30 years of Swiss News.

Position:Business: made in switzerland
 
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"The Switzerland of today is a changed country in a changing world. [...] Our country is a fascinating place to be and ours is an exciting future to build. I would like to thank Swiss News for teeing the English speakers in on the Swiss story."

Micheline Calmy-Rey, former President of the Swiss Confederation on the occasion of the 25th anniversary of Swiss News in 2007

One fine spring morning in the Zurich of 1982, publisher Remo Kuhn decided to take the plunge. What had started out as a simple idea would become reality. He would create an information platform for English-speakers in Switzerland, so that they could be reached by Swiss companies and Swiss news, and would thus become better integrated.

"Through my first wife, who is English and worked at the British Consulate General in Zurich, I became involved with the expat community. The majority of these expats were high-earners with fantastic apartments along Lake Zurich," Kuhn remembers. "They were highly educated, but I was shocked to find that they knew absolutely nothing about Switzerland." When during a party, his comment on the widely publicised 1982 overhaul of the national transport system (Fahr im Takt, Taktfahrplan) drew only blank faces, the entrepreneur had an ingenious idea. Together with business partner Peter Blattner, he decided to add a monthly English-language magazine to the publishing portfolio of their company Kuhn Annoncen AG.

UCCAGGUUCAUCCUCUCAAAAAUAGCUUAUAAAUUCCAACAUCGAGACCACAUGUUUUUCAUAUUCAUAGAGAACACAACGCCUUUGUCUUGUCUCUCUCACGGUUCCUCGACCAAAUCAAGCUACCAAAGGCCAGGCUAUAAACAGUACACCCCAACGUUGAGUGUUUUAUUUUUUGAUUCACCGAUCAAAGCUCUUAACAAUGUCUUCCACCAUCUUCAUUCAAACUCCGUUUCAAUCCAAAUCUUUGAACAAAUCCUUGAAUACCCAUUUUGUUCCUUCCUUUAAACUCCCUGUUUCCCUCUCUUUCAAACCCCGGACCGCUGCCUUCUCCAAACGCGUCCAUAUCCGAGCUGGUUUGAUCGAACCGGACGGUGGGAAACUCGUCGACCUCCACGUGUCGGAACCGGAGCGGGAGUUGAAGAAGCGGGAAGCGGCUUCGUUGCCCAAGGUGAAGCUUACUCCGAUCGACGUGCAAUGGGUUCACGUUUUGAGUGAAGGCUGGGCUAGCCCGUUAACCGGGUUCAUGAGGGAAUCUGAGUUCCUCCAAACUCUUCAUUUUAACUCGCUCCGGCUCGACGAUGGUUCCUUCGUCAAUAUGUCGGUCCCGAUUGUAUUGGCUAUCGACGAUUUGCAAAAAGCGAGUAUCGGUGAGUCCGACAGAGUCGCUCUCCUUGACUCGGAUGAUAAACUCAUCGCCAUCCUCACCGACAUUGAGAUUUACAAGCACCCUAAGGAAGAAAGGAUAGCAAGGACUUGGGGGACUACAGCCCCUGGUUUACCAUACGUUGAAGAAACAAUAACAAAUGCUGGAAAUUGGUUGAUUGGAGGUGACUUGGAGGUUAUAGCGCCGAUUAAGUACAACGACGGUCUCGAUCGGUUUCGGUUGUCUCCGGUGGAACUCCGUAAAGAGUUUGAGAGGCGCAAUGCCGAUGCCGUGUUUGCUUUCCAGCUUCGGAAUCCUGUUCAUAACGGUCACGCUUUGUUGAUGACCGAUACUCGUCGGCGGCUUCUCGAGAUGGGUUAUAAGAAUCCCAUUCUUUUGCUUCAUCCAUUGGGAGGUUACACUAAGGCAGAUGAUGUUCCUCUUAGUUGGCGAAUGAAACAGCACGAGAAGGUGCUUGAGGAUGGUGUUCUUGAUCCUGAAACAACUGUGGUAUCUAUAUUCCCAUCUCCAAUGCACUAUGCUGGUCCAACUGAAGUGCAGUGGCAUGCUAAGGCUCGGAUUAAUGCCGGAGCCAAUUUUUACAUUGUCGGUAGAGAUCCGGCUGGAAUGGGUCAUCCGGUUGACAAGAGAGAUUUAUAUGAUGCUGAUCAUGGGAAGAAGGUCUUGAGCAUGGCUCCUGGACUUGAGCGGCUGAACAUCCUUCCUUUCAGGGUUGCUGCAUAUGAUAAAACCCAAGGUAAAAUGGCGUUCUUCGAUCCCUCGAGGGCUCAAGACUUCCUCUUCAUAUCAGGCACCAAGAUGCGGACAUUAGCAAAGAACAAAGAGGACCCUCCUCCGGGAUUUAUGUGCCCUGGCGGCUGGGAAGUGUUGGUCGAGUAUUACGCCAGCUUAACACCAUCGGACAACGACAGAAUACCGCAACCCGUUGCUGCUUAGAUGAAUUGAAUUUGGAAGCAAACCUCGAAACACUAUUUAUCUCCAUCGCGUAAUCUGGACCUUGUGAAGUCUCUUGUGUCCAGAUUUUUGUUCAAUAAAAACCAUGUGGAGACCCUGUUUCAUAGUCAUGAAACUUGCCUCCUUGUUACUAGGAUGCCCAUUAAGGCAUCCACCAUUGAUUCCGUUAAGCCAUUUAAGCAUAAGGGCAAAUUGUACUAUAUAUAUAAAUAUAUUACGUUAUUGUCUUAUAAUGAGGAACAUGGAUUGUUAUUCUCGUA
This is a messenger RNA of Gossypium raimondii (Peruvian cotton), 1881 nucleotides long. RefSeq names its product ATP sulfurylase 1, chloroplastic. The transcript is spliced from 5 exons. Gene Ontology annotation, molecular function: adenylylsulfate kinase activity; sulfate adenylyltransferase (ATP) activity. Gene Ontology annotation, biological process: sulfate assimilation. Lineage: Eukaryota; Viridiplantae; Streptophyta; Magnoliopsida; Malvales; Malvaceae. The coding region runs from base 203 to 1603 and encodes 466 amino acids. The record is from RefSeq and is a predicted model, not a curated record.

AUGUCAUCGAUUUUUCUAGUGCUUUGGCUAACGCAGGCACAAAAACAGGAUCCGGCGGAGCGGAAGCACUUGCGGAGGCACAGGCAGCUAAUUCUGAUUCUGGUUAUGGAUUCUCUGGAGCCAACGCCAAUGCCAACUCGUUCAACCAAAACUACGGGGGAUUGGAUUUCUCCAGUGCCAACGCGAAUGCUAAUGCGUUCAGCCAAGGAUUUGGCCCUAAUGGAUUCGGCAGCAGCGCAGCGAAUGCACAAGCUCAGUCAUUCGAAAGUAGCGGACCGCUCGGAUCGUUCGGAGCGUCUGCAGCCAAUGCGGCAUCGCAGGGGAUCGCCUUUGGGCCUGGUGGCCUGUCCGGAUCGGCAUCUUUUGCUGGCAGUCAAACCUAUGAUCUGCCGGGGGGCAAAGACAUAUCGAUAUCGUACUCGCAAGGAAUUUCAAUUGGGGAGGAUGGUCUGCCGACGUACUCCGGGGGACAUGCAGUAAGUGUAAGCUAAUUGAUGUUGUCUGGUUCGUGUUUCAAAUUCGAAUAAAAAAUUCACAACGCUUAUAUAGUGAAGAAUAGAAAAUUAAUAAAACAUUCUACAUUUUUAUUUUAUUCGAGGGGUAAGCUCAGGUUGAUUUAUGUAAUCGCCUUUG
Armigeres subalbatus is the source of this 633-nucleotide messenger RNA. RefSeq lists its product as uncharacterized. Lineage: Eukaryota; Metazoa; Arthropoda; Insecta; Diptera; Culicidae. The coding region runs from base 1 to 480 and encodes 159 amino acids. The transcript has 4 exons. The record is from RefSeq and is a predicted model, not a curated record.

And so Swiss News was born--or Swiss Life, as it was then called. Just as he was preparing his zero issue for distribution, a very proud Kuhn received an unexpected letter. Unbeknown to him, Swiss insurance company Schweizerische Rentenanstalt had just obtained the rights to the very name he had chosen for his new business venture. After much negotiation, the publisher averted the financial disaster of a reprint and was granted permission to launch Swiss Life (with a letter of explanation countersigned by both him and the insurance company). He renamed the publication first Swiss Scene and later Swiss News and, by the end of the first year, counted an impressive 1,500 subscriptions.

"The rest is history," he laughs mischievously. Today, with a readership of 68,000, Swiss News is Switzerland's longest-running monthly English-language publication. "It is the business card of our company," adds Kuhn proudly, "because of Its great reputation as a high-quality magazine." He recalls an episode last week, when during an interview for...

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